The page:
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by (Linda) Leavers   Sep 21, 2019


The plague of the USA.

At the Giant Eagle checkout.

They always tell themselves
“Smile, just be cool, everything’s fine, be nice...”
to themselves
in their head
(loudly)
in front of us.

She looks like a Sharon.

She smiles and crosses her arms,
holding her purse
tighter.

My husband sees it,
I see it.

When we turn around,
there is a peripheral view of her taking a few steps away.

As if she might catch his blackness.

As if she may suddenly crave collard greens and fried chicken, with the sweetest cornbread while the sounds of Mary J. Blige fill her car speakers with the anxiety of not knowing a single word of her music but assuming that for some reason it’s probably less playable BUT SHE CAN’T SHOW THAT cause it’s not polite to be racist!!

I see that.

It’s in the harsh “T” sounds
in the phone interview
on the phrase “That’s great.”
and the notably rude sigh, after my husband says
“Know what I’m sayin’?”
in reference to his college education history.

It’s the fact that during this interview, the interviewer/higher up reiterates the fact that he will be on camera at every angle when he works this little side janitor gig,

and when they hired me underneath him,
I receive fifty cents more per hour
as a high school drop out
white woman.

Not once were cameras mentioned.

We are a beautiful couple,
but it’s not why people stare.

We are an attraction.
Our babies have afros and light brown skin.
“Mixed babies are so pretty”
versus the average family questions and comments.

Nobody knows how we met,
why we picked our kids names,
how long we’ve loved each other,
why we can’t live without each other.

No white people stand up for the lack of sensitivity, analysis, or consideration to the emotional/spiritual wellbeing of

the black man.

I see it.

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Latest Comments

  • 1 month ago

    by Poet on the Piano

    I can see this piece in a magazine somewhere, your love for your husband, outrage at the what I call "casual/socially acceptable racism" that no one points out or that they think is just okay. I think people have this very definite version of what they believe racism to be, but they do not realize or are ever willing to first acknowledge the privilege inherently in being white. I will never live in fear because of the color of my skin. I don't deal with passing a police car and worrying if I will be pulled over, shot and all of that done because I somehow aggravated an officer and they were acting in "self defense". These are real things that are still so prevalent in the US, but people are content to say "we should treat everyone the same" instead of realizing the differences.

    Your poem gives chills because so often it is in the little things! We need to realize this about ourselves and admit any prejudices we can work on instead of thinking we're okay because as long as we don't do this or that, we're fine. We're a decent human. It can be in simply flinching or looking twice if a person of color is close. One example I see often is in TV shows or ads, I've heard comments before that that person is being too loud or their hair is too uncontrolled. Even comments on Facebook. "Well if she handled that better". Holding people of color to an inhuman standard. Small things that are actually big. Small comments that seek to control people of color in those ways.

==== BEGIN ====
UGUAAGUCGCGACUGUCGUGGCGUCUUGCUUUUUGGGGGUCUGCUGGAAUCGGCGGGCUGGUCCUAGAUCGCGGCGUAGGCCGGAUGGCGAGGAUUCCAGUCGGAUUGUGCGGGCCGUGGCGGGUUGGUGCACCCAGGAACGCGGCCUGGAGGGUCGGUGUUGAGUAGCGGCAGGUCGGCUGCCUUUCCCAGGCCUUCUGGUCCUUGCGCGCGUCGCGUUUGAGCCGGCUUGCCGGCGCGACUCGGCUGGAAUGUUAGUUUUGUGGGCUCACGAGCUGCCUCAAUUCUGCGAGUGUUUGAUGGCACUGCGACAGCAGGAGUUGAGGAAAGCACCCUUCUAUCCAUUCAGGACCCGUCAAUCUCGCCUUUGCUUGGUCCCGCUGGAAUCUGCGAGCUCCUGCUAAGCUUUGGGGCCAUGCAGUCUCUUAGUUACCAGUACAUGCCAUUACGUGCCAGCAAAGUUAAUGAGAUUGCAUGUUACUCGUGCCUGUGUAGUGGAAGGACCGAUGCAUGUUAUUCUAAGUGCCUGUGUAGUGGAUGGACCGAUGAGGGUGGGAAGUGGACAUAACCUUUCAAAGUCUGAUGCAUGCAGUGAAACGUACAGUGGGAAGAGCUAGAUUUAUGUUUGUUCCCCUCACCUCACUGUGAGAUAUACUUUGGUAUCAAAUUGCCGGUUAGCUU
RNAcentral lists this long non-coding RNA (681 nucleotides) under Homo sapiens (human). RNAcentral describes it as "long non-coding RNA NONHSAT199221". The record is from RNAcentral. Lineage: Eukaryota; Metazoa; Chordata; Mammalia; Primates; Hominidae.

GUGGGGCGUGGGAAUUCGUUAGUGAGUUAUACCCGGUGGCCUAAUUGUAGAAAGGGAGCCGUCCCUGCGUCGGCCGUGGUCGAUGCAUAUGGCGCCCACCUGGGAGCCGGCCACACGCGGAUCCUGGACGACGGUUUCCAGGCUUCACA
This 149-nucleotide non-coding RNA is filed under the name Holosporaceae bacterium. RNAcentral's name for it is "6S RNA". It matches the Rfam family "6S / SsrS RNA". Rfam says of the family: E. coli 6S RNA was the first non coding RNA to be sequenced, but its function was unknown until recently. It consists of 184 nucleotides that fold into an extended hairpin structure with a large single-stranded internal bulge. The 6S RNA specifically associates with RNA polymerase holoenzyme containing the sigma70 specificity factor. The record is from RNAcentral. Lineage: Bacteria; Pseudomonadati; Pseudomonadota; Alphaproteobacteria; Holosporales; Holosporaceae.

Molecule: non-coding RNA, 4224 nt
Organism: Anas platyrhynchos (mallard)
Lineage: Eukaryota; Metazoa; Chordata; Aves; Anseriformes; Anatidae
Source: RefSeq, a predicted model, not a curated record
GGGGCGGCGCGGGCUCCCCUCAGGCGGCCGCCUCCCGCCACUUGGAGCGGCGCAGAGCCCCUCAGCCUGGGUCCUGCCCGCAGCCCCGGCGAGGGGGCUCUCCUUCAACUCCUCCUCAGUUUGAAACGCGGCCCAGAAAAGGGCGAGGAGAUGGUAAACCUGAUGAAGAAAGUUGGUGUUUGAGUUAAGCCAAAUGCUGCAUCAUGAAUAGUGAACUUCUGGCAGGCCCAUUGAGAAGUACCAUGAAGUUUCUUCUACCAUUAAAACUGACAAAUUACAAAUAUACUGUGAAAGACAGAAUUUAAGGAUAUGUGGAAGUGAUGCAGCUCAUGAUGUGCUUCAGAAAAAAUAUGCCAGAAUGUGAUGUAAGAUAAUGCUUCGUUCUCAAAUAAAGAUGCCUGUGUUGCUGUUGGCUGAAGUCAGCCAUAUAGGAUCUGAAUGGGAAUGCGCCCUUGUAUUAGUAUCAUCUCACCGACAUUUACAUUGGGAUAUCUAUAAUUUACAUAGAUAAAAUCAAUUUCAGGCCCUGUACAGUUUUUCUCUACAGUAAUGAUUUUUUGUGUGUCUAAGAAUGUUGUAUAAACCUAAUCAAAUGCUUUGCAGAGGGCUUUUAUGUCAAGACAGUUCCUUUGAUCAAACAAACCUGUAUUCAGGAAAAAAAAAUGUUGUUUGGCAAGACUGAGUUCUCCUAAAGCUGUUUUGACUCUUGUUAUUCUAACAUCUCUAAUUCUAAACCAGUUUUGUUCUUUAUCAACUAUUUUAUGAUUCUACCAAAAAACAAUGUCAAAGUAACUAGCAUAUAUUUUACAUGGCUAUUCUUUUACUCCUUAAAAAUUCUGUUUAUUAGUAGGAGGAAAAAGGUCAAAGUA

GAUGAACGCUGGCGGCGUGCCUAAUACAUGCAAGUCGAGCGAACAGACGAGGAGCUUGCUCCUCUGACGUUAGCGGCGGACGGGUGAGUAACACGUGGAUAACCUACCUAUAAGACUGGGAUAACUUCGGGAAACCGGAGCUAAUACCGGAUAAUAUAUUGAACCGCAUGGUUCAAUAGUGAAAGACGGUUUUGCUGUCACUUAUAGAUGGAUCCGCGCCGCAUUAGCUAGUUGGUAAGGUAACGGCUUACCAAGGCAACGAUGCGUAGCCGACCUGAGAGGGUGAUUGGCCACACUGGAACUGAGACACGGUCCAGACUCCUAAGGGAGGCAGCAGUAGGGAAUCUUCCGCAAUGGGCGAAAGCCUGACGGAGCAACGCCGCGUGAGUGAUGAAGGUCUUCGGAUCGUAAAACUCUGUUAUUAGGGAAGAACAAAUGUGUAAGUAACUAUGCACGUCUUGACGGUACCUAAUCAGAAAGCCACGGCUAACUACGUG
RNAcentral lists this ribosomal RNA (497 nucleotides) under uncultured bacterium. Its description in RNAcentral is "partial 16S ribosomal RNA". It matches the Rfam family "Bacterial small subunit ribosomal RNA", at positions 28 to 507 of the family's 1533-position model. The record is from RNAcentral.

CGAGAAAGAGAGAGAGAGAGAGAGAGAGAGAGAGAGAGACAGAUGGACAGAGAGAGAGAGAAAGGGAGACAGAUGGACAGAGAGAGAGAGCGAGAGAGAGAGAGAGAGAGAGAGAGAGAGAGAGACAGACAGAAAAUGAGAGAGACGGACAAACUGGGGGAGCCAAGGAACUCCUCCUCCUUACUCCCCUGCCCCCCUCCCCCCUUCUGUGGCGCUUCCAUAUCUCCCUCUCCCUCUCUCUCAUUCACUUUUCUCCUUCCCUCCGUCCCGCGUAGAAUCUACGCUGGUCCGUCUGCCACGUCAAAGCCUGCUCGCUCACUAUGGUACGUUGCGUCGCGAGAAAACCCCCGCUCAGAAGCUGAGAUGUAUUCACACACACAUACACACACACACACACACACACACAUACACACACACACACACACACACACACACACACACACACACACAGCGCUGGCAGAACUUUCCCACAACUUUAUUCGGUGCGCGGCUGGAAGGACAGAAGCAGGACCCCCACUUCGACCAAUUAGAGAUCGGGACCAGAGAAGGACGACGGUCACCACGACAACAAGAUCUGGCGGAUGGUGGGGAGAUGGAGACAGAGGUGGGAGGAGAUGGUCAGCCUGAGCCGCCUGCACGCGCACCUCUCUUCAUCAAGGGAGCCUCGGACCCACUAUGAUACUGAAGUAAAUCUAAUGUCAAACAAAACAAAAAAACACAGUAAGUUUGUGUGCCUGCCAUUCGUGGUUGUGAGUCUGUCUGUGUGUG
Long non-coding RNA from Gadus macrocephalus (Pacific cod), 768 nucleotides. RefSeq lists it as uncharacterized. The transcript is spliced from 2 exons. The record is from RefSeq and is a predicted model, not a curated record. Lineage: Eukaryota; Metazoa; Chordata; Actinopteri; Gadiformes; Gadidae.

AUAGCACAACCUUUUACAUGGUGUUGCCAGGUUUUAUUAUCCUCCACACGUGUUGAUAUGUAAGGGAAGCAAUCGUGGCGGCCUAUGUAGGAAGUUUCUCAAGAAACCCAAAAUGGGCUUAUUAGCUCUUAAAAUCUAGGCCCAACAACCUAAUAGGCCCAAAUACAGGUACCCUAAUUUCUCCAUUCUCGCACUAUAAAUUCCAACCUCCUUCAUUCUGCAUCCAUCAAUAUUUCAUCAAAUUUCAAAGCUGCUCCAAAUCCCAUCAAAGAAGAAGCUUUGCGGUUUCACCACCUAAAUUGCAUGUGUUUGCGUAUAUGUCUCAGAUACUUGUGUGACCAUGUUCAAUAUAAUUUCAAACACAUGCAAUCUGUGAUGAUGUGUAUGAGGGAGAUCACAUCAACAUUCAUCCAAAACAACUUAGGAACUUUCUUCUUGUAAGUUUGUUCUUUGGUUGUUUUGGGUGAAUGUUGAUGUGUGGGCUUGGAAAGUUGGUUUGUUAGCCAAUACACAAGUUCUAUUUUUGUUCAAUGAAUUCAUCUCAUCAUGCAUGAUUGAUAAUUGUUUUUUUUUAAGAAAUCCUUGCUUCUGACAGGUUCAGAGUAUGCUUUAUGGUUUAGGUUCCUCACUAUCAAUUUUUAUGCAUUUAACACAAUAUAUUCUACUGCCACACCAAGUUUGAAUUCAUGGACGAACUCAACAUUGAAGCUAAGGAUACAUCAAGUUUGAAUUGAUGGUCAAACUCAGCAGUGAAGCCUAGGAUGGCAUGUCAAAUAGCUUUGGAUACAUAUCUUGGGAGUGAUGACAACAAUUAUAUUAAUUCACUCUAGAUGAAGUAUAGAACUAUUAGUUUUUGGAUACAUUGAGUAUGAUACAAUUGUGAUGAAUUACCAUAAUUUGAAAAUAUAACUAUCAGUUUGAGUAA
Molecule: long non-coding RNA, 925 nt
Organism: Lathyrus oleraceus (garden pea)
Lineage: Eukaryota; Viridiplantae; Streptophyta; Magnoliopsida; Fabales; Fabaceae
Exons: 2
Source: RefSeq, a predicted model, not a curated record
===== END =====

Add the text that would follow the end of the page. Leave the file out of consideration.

This is such an emotional and gutting piece, as usual, especially when you think of the concept of being seen as "an attraction" instead of knowing you and your family and your husband's story. Like you said, how you meet, all those beautiful journeys. Also in reading stories from biracial women, how often their identity is challenged, or they are questioned and feel like they have to explain or have this strong identity to both cultures. I cannot imagine how exhausting, or how isolating that would be if they would be questioned or invalidated simply for existing.

    I don't think I've read anything on PnQ in the recent years as chilling and as honest as this:
    "as if she might catch his blackness."

    because sadly, terrifyingly, I still believe people believe this. I believe people, whether they realize how damaging and harmful this is or not, still hold on to the slightest notion that people of color are inferior.

    And they don't entertain that idea in big, noticeable ways.
    It's in the small (but still deadly) ways.

    Ugh... baffles me how we can be proud of our country at this time. Or ever, really.

    • 1 month ago

      by (Linda) Leavers

      Love this. Thank you for this. You’re a breath of fresh air to read from, always.